Tuesday, June 06, 2006

Recouping executive bonuses

GM shareholders were not the first ones to think about recouping executive performance bonuses based on falsely inflated financials (see previous post). When financials are restated, bonuses based on the wrong figures should be revised downwards and the company should recoup the excess amounts paid.

* Shareholders at another company, Kodak, tried (and failed) to make this change at their meeting last month. The Amalgamated Bank LongView Collective Investment Fund, a shareholder, wanted Kodak's board to commit to reviewing and recouping executive bonuses and other rewards in the event of an earnings restatement. However this resolution failed to pass.

* Shareholders at HP, also in May 2006, submitted (but failed to pass) a resolution seeking to allow the company to recoup bonuses after earnings restatements.

* When the Office of Federal Housing Enterprise Oversight released a report of their investigation into Fannie Mae's (suspiciously) growing earnings from 1998 until 2004, it prompted some talk about trying to recoup some of the performance-based bonuses from executives, such as former Chairman Franklin Raines. Of $90 million Raines received from the company between 1998 and 2003, $52 million was tied to earnings targets that the company hit, at least in part, by "deliberately and intentionally" manipulating its accounting, investigators concluded (story here).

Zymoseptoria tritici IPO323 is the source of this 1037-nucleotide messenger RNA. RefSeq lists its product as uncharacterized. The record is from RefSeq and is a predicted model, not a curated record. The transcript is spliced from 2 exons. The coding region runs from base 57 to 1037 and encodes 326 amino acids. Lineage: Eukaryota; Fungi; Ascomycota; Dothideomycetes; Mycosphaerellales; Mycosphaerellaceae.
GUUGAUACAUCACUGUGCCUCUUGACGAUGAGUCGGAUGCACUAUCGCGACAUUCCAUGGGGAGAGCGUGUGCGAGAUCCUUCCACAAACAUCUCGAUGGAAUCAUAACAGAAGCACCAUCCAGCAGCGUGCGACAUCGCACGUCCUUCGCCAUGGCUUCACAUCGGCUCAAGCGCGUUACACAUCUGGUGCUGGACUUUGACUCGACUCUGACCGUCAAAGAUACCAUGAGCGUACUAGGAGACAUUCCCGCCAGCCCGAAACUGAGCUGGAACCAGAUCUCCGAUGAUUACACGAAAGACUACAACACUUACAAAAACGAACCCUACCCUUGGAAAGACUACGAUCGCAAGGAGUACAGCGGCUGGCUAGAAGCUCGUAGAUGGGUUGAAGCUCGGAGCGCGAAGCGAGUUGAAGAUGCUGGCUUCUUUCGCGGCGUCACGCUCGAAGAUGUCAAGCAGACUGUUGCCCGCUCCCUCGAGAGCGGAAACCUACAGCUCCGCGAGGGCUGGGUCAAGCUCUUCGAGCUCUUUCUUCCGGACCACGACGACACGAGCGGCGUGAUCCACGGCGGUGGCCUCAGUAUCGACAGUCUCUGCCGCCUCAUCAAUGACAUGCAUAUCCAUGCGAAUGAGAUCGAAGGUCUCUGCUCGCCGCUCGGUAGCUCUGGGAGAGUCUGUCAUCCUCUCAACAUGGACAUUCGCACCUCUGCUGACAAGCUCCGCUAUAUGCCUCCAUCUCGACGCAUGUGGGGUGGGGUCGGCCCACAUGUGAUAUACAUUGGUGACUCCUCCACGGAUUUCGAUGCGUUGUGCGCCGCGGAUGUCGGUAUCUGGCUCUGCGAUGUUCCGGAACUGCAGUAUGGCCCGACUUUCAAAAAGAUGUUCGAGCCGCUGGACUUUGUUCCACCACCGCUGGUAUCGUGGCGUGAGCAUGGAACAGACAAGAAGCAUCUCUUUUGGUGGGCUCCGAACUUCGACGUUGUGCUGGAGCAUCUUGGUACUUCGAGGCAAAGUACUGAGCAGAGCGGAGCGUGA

But no steps have been taken as yet.

And since this blog is all about connecting academic research with real-world issues, I looked to see if there is any academic work about recovering executive pay or bonuses after restatements.
Zip. Zilch. Nothing.
Ideas, anyone?

No comments: